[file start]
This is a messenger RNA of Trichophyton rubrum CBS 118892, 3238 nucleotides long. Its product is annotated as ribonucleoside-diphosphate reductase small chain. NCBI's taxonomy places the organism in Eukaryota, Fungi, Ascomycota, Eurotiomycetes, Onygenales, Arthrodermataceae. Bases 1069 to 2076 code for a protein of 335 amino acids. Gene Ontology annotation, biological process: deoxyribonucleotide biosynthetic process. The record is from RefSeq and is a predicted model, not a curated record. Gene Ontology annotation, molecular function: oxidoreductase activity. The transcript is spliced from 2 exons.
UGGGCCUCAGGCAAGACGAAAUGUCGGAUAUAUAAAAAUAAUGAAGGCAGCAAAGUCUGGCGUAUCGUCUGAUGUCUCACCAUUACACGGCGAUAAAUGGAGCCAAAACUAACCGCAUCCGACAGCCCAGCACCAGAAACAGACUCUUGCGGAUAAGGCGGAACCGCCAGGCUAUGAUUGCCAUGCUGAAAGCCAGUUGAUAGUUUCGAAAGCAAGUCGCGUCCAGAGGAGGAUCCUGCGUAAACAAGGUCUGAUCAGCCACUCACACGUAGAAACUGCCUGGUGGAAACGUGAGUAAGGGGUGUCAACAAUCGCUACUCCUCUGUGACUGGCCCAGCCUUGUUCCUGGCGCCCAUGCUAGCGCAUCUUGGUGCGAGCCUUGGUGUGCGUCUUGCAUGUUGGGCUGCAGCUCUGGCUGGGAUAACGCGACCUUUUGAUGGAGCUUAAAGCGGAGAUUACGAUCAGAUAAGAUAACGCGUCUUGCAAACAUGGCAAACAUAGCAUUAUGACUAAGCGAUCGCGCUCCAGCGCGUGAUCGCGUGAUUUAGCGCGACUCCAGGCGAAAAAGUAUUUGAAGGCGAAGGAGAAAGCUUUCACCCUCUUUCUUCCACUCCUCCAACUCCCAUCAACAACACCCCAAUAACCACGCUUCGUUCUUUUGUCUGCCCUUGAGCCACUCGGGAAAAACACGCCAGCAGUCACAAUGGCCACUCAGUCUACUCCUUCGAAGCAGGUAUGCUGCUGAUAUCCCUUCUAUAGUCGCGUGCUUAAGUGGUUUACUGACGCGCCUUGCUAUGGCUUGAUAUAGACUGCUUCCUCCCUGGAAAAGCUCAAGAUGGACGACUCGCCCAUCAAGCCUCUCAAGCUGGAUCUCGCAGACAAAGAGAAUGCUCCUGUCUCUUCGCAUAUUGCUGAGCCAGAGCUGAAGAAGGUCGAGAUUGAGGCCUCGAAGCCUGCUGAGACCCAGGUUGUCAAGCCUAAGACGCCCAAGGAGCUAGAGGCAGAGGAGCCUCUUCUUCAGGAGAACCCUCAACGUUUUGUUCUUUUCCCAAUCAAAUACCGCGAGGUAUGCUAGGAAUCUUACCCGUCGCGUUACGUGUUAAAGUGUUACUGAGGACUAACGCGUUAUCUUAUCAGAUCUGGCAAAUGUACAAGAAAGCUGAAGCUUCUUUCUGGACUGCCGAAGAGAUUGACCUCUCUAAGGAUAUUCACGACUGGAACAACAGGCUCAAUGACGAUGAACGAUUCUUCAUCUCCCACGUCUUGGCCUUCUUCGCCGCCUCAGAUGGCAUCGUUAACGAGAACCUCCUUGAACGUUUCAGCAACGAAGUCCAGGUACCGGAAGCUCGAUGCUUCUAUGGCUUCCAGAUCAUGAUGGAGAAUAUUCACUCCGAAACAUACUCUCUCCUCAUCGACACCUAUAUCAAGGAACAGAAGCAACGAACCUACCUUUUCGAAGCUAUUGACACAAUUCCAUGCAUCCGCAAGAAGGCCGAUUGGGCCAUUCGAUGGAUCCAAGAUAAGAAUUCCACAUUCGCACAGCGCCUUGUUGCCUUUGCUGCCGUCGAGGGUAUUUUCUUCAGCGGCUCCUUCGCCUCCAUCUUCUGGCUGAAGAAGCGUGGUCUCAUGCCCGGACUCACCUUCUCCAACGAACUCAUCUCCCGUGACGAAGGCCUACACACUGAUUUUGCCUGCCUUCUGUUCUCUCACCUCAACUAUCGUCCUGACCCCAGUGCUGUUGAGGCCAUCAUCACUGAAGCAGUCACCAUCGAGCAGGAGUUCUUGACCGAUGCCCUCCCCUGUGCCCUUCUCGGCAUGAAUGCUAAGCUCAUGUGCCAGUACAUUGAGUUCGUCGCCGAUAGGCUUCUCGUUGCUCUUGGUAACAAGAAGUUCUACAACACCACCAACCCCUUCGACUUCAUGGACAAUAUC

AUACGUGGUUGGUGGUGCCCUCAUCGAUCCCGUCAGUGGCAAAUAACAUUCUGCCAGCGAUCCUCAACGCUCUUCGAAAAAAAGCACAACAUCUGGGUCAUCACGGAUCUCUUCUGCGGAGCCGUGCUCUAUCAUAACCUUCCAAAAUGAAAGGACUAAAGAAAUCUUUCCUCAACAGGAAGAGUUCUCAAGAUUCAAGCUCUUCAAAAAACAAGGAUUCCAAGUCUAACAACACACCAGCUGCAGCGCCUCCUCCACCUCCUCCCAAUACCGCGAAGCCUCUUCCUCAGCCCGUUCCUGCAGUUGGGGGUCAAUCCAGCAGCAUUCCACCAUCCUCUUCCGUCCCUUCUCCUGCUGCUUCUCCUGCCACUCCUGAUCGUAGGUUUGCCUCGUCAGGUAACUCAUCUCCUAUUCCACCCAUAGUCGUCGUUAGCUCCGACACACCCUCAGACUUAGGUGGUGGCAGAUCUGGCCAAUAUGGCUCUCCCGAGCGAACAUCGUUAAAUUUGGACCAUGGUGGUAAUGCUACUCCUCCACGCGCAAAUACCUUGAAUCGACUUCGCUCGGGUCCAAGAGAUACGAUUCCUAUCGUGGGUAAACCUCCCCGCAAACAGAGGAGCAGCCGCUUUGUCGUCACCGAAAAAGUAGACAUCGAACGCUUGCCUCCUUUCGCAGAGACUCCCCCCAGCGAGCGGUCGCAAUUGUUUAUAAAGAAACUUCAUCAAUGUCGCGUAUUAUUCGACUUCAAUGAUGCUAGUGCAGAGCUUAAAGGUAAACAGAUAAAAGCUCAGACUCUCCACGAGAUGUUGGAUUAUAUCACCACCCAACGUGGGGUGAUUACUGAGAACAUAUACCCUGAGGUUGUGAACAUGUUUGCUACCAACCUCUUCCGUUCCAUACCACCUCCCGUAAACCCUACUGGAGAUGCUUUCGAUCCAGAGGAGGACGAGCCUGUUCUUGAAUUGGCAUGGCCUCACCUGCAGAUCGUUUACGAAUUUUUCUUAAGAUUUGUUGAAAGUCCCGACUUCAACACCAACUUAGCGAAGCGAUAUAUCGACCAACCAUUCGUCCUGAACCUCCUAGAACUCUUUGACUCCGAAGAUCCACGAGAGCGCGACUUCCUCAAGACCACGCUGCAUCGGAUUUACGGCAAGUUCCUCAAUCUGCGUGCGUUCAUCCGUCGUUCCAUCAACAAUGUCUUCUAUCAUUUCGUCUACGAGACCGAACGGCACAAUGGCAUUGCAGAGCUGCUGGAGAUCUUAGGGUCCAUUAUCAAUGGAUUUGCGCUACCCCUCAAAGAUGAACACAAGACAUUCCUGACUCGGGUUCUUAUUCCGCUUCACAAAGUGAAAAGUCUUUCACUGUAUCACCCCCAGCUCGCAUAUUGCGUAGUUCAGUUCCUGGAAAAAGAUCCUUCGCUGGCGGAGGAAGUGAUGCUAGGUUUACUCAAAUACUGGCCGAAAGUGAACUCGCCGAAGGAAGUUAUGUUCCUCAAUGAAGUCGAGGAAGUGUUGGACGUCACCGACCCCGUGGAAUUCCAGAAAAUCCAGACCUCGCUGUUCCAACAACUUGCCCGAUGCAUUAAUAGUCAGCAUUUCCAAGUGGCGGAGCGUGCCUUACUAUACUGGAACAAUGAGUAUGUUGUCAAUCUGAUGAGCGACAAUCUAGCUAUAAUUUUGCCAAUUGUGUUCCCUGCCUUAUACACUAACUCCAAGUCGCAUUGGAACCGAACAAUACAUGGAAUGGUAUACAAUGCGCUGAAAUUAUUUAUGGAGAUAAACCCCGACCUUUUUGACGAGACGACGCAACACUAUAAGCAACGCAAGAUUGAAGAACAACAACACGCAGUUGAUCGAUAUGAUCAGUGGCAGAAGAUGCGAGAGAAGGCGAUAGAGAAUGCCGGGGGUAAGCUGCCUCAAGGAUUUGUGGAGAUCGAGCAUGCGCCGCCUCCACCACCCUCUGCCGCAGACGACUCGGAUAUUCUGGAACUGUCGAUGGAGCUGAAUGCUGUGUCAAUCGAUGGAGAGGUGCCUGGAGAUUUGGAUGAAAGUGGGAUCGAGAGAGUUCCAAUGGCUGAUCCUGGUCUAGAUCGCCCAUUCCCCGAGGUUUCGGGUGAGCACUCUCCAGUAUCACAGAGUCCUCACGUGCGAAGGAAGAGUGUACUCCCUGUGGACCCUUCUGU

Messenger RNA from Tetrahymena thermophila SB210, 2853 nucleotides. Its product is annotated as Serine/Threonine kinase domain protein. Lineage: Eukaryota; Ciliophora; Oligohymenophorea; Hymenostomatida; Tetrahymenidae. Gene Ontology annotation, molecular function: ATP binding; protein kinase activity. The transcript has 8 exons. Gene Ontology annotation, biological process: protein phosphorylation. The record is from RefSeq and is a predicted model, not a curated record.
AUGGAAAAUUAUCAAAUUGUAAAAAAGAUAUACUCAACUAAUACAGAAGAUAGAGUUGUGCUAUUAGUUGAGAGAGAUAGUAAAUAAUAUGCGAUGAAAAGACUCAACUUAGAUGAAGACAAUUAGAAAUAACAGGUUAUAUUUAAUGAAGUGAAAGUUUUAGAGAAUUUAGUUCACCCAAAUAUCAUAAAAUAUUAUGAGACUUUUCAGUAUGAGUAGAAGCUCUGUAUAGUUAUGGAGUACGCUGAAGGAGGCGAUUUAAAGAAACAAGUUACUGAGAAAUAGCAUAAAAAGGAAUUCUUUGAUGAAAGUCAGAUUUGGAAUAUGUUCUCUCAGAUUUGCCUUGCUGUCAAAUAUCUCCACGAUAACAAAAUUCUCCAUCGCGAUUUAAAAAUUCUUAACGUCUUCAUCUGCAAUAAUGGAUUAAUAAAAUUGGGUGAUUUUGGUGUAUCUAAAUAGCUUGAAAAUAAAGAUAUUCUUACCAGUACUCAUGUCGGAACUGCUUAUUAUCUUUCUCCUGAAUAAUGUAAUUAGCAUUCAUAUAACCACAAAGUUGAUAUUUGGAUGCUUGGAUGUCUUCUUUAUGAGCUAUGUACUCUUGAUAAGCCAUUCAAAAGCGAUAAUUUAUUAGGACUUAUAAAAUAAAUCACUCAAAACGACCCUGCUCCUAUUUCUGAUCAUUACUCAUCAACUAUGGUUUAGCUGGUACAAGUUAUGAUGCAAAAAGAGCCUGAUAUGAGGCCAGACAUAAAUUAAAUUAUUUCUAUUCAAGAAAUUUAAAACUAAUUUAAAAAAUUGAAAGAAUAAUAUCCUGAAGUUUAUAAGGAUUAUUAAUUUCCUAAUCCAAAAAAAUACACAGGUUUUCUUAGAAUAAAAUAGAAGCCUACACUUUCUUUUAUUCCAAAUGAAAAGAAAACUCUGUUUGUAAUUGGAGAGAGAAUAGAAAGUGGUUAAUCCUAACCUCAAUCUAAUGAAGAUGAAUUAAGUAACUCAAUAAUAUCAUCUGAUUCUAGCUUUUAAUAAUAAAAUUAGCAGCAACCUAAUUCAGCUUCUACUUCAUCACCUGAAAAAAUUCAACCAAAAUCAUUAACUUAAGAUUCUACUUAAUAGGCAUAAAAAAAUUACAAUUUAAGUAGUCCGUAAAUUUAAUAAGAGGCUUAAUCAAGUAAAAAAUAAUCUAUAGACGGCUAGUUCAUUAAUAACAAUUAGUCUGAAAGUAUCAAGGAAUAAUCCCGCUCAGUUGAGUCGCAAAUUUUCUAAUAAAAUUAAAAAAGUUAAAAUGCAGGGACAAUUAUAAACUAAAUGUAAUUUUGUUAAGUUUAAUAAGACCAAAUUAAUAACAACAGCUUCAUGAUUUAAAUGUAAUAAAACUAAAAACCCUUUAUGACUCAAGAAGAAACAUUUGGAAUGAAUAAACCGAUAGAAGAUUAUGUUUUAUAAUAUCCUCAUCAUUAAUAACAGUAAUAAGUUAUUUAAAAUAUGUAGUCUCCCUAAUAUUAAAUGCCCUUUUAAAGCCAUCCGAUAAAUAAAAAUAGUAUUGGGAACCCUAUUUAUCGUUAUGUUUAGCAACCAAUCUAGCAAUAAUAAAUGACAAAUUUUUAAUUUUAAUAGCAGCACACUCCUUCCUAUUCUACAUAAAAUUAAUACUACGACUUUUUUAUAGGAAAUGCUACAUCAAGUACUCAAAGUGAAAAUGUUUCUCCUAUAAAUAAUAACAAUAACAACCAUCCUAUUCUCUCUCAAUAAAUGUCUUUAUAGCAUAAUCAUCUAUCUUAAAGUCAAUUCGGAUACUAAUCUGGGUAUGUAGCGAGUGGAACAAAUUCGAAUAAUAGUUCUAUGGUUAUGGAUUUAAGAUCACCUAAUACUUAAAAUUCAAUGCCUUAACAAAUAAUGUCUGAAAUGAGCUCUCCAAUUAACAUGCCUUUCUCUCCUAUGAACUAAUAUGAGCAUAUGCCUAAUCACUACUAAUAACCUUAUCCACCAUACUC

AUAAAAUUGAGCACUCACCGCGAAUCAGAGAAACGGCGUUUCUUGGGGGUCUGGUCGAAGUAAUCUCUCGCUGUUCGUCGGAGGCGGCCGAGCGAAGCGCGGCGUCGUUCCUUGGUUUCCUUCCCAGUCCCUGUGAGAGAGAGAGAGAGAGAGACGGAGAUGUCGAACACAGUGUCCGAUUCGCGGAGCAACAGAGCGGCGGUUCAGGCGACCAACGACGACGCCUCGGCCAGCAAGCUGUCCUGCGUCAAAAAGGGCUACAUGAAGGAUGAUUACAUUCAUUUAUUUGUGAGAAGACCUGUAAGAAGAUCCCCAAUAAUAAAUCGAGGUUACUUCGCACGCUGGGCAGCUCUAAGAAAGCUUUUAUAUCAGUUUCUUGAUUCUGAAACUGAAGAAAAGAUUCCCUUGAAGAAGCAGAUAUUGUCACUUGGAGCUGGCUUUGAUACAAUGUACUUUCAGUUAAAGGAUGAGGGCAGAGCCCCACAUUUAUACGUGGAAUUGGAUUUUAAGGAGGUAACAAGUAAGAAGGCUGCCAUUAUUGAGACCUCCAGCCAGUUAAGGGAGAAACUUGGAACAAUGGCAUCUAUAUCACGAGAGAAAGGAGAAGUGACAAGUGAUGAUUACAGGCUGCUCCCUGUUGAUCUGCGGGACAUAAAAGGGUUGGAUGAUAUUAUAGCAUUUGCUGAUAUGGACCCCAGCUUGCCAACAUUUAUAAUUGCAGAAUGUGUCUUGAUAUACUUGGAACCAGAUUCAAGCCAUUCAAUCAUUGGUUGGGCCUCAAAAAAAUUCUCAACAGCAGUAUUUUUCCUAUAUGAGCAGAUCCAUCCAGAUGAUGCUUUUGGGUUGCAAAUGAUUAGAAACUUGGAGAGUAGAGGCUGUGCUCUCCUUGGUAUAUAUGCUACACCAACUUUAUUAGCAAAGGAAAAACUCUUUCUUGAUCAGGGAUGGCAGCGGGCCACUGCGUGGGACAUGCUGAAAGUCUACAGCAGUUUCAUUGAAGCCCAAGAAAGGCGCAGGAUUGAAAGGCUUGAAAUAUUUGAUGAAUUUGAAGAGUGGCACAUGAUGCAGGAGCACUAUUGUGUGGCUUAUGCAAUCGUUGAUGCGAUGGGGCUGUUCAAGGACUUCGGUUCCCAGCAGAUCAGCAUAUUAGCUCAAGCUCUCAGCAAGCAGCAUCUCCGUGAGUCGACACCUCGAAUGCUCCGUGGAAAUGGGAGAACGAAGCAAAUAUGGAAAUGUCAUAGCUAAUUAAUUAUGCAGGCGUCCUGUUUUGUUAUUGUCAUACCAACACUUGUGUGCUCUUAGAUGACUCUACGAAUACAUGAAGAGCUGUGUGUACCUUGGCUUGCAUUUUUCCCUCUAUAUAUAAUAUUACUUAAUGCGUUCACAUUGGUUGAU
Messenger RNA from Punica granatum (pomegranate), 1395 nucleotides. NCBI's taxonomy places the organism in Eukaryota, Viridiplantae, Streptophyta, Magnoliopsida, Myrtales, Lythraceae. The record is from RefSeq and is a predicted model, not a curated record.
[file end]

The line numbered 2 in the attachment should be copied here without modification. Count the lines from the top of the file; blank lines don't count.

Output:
UGGGCCUCAGGCAAGACGAAAUGUCGGAUAUAUAAAAAUAAUGAAGGCAGCAAAGUCUGGCGUAUCGUCUGAUGUCUCACCAUUACACGGCGAUAAAUGGAGCCAAAACUAACCGCAUCCGACAGCCCAGCACCAGAAACAGACUCUUGCGGAUAAGGCGGAACCGCCAGGCUAUGAUUGCCAUGCUGAAAGCCAGUUGAUAGUUUCGAAAGCAAGUCGCGUCCAGAGGAGGAUCCUGCGUAAACAAGGUCUGAUCAGCCACUCACACGUAGAAACUGCCUGGUGGAAACGUGAGUAAGGGGUGUCAACAAUCGCUACUCCUCUGUGACUGGCCCAGCCUUGUUCCUGGCGCCCAUGCUAGCGCAUCUUGGUGCGAGCCUUGGUGUGCGUCUUGCAUGUUGGGCUGCAGCUCUGGCUGGGAUAACGCGACCUUUUGAUGGAGCUUAAAGCGGAGAUUACGAUCAGAUAAGAUAACGCGUCUUGCAAACAUGGCAAACAUAGCAUUAUGACUAAGCGAUCGCGCUCCAGCGCGUGAUCGCGUGAUUUAGCGCGACUCCAGGCGAAAAAGUAUUUGAAGGCGAAGGAGAAAGCUUUCACCCUCUUUCUUCCACUCCUCCAACUCCCAUCAACAACACCCCAAUAACCACGCUUCGUUCUUUUGUCUGCCCUUGAGCCACUCGGGAAAAACACGCCAGCAGUCACAAUGGCCACUCAGUCUACUCCUUCGAAGCAGGUAUGCUGCUGAUAUCCCUUCUAUAGUCGCGUGCUUAAGUGGUUUACUGACGCGCCUUGCUAUGGCUUGAUAUAGACUGCUUCCUCCCUGGAAAAGCUCAAGAUGGACGACUCGCCCAUCAAGCCUCUCAAGCUGGAUCUCGCAGACAAAGAGAAUGCUCCUGUCUCUUCGCAUAUUGCUGAGCCAGAGCUGAAGAAGGUCGAGAUUGAGGCCUCGAAGCCUGCUGAGACCCAGGUUGUCAAGCCUAAGACGCCCAAGGAGCUAGAGGCAGAGGAGCCUCUUCUUCAGGAGAACCCUCAACGUUUUGUUCUUUUCCCAAUCAAAUACCGCGAGGUAUGCUAGGAAUCUUACCCGUCGCGUUACGUGUUAAAGUGUUACUGAGGACUAACGCGUUAUCUUAUCAGAUCUGGCAAAUGUACAAGAAAGCUGAAGCUUCUUUCUGGACUGCCGAAGAGAUUGACCUCUCUAAGGAUAUUCACGACUGGAACAACAGGCUCAAUGACGAUGAACGAUUCUUCAUCUCCCACGUCUUGGCCUUCUUCGCCGCCUCAGAUGGCAUCGUUAACGAGAACCUCCUUGAACGUUUCAGCAACGAAGUCCAGGUACCGGAAGCUCGAUGCUUCUAUGGCUUCCAGAUCAUGAUGGAGAAUAUUCACUCCGAAACAUACUCUCUCCUCAUCGACACCUAUAUCAAGGAACAGAAGCAACGAACCUACCUUUUCGAAGCUAUUGACACAAUUCCAUGCAUCCGCAAGAAGGCCGAUUGGGCCAUUCGAUGGAUCCAAGAUAAGAAUUCCACAUUCGCACAGCGCCUUGUUGCCUUUGCUGCCGUCGAGGGUAUUUUCUUCAGCGGCUCCUUCGCCUCCAUCUUCUGGCUGAAGAAGCGUGGUCUCAUGCCCGGACUCACCUUCUCCAACGAACUCAUCUCCCGUGACGAAGGCCUACACACUGAUUUUGCCUGCCUUCUGUUCUCUCACCUCAACUAUCGUCCUGACCCCAGUGCUGUUGAGGCCAUCAUCACUGAAGCAGUCACCAUCGAGCAGGAGUUCUUGACCGAUGCCCUCCCCUGUGCCCUUCUCGGCAUGAAUGCUAAGCUCAUGUGCCAGUACAUUGAGUUCGUCGCCGAUAGGCUUCUCGUUGCUCUUGGUAACAAGAAGUUCUACAACACCACCAACCCCUUCGACUUCAUGGACAAUAUC